He was a high school teacher for a little while, and worked in advertising for a little while, and then back to school to become a college drama professor. The large public university in the South he taught at for decades is now famous for its drama department, and he taught a couple of future movie stars over the years, but mostly just got future teachers or accountants to have fun putting on a show of Alice in Wonderland or Saki’s short stories or English farces. He told me once that what he loved about the theater was that it was different every time, that the audience was a part of every show, and the most well-thumbed of his books when he moved him and my grandmother out of their apartment a few years ago was  a book of hundreds of drama games and exercises, with notes on almost all of them describing ways of changing or extending the game or doing it differently.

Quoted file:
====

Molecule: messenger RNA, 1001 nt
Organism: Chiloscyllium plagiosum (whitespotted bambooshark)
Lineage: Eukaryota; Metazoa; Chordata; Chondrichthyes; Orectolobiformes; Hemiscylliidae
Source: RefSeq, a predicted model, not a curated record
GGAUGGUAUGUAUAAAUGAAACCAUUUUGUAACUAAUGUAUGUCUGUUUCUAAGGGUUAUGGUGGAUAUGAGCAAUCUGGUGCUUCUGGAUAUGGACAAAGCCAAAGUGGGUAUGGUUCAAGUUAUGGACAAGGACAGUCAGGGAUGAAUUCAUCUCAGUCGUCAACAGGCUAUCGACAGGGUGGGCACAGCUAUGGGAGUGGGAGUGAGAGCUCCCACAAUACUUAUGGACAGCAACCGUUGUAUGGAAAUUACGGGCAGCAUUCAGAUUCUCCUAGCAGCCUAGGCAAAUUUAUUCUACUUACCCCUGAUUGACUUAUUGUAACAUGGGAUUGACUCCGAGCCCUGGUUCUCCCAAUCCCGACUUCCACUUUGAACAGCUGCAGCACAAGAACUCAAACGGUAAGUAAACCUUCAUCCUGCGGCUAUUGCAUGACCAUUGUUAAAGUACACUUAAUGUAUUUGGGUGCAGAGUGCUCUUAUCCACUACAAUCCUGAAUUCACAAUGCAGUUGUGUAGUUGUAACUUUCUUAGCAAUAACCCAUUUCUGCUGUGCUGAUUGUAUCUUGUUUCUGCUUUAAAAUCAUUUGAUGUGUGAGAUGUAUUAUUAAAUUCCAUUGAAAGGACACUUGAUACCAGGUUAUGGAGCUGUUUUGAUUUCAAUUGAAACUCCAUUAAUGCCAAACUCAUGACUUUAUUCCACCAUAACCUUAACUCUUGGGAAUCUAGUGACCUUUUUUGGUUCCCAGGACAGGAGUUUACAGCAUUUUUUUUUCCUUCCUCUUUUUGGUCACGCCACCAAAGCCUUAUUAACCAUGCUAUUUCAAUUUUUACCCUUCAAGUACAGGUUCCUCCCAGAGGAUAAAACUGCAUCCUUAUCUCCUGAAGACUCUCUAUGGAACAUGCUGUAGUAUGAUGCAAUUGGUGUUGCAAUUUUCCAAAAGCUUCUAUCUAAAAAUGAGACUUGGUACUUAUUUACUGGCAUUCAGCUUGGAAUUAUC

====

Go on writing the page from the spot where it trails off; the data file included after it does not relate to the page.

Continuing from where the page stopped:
He retired in his 60s, to have time to write, and that was I think a struggle and a disappointment in some ways, though I read a children’s play he wrote from this time I liked a lot. But he and my grandmother moved from place to place and state to state, interested in the Pueblo Indians one year and Appalachian crafts the next, until they eventually settled close by my parents. In his 70s and 80s, he started teaching again, mostly at senior centers where he would teach classes on memory, which was a new interest of his, combined with some of the old drama games. When he was 87 and 88 he decided to learn 50 songs, which he did while pacing in the stairwell of their apartment building, and then he rented an hour of studio time and made a CD of himself singing twenty of the songs, pretty tunefully.